31 Oct


Who taught: Jessy and Ashka



Hey there! How have you been? I really wish all of you are doing well. Hurricane Sandy hit the northeast of the U.S. and a lot of people are without power now. Hope my friends are fine there.

I live in Pittsburgh, PA. A few weeks ago, Jessy and I were taking a walk and we talked about things we are missing, living in a small city. So, Pittsburgh is still a city with around 300,000 people. But, to me, that is nothing. Why? it is because I am from one of the cities near Seoul, Korea and my previous work was in Seoul.

The population of Seoul itself is around 11 million and if we consider the metropolitan area, the population is around 25 million. It is a huge city. To give you an idea about how big it is, it is bigger than New York City. There are a lot of things we used to enjoy, especially at night. Don’t get me wrong. We do like Pittsburgh a lot.

So, the thing we talked about is that it is very different living in Pittsburgh from living in Seoul. When we used to live in Seoul, we call people from small cities or towns “Chon-Nom(μ΄Œλ†ˆ)” in Korean. “What is Chon-Nom in English? What people call people from rural areas in the U.S.?”

Jessy and I did some researches and found this word, “hillbilly.” Let me guess its etymology! I think this is referring to a person whose name is bill (one of the most common names just like Joe) and who lives on a hill. How perfect is it? Hope my guess is correct.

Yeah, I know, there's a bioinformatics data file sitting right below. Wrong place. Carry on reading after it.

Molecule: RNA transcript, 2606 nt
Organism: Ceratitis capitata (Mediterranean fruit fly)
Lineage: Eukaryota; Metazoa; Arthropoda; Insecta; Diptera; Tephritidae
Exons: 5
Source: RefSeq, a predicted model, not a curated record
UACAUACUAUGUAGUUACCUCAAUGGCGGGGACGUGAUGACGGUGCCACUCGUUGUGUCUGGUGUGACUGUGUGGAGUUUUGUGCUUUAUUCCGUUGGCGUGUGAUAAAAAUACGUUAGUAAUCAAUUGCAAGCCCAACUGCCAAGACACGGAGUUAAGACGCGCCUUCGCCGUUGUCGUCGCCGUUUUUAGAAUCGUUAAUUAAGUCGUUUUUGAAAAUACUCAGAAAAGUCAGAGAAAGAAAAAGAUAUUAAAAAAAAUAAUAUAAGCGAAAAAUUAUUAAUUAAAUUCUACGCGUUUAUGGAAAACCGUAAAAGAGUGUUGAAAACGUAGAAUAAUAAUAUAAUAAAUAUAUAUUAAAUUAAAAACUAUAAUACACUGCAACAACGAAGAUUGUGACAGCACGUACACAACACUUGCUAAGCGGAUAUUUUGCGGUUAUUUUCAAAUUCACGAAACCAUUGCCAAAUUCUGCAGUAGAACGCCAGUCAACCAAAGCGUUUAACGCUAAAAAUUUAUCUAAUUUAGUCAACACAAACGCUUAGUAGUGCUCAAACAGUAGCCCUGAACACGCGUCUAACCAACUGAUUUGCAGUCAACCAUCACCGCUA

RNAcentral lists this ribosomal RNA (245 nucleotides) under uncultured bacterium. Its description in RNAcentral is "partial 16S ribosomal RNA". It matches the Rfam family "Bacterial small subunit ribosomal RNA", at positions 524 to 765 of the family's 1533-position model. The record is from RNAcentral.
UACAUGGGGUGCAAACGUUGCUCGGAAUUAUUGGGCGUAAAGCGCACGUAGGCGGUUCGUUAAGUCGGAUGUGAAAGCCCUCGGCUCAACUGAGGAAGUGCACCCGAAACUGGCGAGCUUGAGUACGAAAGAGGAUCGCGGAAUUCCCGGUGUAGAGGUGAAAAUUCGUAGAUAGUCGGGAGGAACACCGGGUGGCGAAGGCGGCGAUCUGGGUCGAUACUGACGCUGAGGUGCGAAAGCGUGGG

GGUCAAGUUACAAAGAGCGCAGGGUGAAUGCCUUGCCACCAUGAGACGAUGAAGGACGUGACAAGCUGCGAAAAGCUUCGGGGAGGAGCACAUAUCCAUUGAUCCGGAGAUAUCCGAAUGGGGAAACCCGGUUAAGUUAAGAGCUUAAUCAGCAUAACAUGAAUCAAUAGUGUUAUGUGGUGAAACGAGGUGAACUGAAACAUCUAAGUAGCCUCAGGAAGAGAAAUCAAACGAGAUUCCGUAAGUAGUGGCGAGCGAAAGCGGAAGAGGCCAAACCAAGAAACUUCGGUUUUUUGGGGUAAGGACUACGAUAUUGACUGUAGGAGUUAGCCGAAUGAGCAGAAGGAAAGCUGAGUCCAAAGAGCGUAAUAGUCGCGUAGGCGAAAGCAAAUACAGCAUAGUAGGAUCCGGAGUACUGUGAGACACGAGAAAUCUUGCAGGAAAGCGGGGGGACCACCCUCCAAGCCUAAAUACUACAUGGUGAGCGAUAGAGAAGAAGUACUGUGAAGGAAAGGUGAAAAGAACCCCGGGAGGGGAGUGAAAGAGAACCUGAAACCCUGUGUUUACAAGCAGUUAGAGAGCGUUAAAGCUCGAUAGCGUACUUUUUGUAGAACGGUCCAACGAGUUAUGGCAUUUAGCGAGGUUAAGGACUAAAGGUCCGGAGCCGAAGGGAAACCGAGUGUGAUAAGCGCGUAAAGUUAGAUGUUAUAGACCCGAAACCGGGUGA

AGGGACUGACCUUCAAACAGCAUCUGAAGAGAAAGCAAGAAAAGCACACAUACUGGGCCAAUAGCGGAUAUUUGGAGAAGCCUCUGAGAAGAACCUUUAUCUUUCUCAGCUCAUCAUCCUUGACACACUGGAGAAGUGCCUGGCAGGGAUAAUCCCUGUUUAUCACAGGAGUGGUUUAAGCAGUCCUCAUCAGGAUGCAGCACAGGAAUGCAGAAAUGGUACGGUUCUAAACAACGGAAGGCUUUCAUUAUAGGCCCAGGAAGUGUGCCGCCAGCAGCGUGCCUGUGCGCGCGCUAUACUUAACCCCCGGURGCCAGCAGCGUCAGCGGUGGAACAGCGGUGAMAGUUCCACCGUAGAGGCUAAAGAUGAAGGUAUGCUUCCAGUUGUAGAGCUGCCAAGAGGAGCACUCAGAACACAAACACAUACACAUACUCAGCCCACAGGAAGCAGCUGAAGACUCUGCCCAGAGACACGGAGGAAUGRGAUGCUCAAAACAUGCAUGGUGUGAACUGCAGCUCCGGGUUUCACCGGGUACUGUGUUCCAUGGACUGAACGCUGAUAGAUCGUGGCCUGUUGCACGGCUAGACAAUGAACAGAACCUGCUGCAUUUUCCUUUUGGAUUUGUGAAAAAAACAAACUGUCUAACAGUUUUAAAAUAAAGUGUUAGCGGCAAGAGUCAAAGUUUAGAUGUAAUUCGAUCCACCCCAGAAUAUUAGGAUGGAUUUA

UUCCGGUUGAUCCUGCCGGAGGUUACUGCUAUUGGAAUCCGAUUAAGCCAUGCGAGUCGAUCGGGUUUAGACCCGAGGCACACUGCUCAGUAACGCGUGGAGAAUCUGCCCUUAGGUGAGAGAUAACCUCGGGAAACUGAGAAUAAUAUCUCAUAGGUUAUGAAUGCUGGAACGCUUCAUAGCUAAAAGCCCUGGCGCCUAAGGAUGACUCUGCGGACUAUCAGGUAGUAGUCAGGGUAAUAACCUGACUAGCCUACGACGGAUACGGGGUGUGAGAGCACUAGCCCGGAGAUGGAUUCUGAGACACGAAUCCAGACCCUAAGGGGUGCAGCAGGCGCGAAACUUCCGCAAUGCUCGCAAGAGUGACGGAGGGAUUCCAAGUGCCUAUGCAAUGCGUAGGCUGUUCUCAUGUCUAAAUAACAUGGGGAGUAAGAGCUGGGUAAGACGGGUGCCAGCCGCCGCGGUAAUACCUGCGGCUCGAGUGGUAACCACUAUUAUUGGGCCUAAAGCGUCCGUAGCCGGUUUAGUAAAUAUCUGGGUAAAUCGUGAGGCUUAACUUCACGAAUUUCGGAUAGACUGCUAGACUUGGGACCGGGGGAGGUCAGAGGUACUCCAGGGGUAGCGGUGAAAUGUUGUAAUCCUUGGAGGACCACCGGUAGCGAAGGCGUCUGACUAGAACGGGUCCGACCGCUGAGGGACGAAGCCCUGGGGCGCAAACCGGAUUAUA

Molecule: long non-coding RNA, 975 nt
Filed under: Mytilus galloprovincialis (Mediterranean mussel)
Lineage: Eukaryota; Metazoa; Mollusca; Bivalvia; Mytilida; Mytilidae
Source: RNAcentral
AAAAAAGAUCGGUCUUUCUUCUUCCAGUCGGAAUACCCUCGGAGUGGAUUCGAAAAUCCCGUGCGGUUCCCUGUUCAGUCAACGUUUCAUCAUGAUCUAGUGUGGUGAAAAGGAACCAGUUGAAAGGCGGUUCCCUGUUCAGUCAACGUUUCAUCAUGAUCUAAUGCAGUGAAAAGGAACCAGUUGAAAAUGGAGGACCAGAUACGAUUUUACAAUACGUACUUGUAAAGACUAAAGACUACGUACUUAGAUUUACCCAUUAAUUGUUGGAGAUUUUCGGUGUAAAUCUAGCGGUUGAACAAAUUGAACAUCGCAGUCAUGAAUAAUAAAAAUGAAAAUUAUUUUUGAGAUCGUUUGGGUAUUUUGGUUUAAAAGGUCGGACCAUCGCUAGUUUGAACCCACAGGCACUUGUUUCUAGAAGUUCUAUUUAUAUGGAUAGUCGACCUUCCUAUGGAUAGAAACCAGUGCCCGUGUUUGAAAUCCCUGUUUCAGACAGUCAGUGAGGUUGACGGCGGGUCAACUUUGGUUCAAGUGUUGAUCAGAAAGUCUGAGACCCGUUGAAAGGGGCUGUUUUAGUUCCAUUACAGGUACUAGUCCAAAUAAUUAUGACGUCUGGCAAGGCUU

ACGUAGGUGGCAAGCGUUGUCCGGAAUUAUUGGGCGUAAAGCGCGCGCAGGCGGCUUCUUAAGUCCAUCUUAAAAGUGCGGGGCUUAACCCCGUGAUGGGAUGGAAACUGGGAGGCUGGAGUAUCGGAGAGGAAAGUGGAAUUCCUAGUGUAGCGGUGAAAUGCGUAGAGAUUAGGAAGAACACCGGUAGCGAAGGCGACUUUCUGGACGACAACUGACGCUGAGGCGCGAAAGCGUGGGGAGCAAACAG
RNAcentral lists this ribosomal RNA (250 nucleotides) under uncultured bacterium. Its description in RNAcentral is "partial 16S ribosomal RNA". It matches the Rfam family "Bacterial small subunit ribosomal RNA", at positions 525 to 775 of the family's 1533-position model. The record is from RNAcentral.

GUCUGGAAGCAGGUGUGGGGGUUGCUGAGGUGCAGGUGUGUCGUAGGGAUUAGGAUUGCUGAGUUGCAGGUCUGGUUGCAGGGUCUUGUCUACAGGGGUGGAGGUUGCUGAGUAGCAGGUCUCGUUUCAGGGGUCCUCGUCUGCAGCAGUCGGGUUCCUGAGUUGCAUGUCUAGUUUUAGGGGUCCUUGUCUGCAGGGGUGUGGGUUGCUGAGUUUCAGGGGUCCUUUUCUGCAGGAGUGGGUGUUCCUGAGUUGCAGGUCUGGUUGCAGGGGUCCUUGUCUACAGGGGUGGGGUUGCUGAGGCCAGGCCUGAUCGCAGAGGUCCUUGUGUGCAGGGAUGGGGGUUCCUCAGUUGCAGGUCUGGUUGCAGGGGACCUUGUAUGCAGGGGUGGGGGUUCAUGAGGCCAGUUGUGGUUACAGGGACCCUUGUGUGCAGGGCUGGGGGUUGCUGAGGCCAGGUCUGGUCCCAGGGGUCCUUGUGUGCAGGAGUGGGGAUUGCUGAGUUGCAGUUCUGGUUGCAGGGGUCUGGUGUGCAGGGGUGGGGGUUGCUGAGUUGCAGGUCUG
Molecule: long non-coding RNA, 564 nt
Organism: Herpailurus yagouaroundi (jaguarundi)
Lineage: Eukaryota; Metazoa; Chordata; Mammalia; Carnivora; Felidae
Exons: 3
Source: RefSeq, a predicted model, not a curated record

Anyway, after that conversation, I thought I would remember it. But, I forgot.

Luckily, Ashka posted the picture that you see here on her facebook timeline. Wow! Wow! It was a moment of eureka for me. Thank you, Ashka, for posting this because this totally refreshed my memory. And, of course, I do need to thank Hillary and Bill Clinton. Than you guys! Because of you guys, now I feel pretty confident that I will remember this word.

What do you think? Actually, if you yourself are a hillbilly, then you should totally know this word. Hey, after all, I could consider myself as a hillbilly too. Pittsburgh is a small city. One may argue this but at least to me this is true. πŸ™‚

23 Feb

rediscovering a word series 2: flash

Who taught: Melissa

There are three rivers that run across or around Pittsburgh, PA. And there are more than 29 bridges cross the three rivers in Pittsburgh city boundary. That is a lot of bridges. Don’t you think? Do I know the names of all of the bridges? Not at all! I know a few such as the Liberty Bridge and the Fort Pitt Bridge.

Because of these crazy number of bridges and the three rivers, there is a very interesting aspect of the city. People in the South and the North do not get along with each other. Also, they do not even think about taking a trip to the other side of the town. They stay where they are from. In my opinion, because of this, people from Pittsburgh always come back to the city after a few years of living in other states or cities. They just love the city, or I should say the area they are from, either South or North.

Where do I live? I live the Eastern part of Pittsburgh. Kind of neutrality zone, I guess.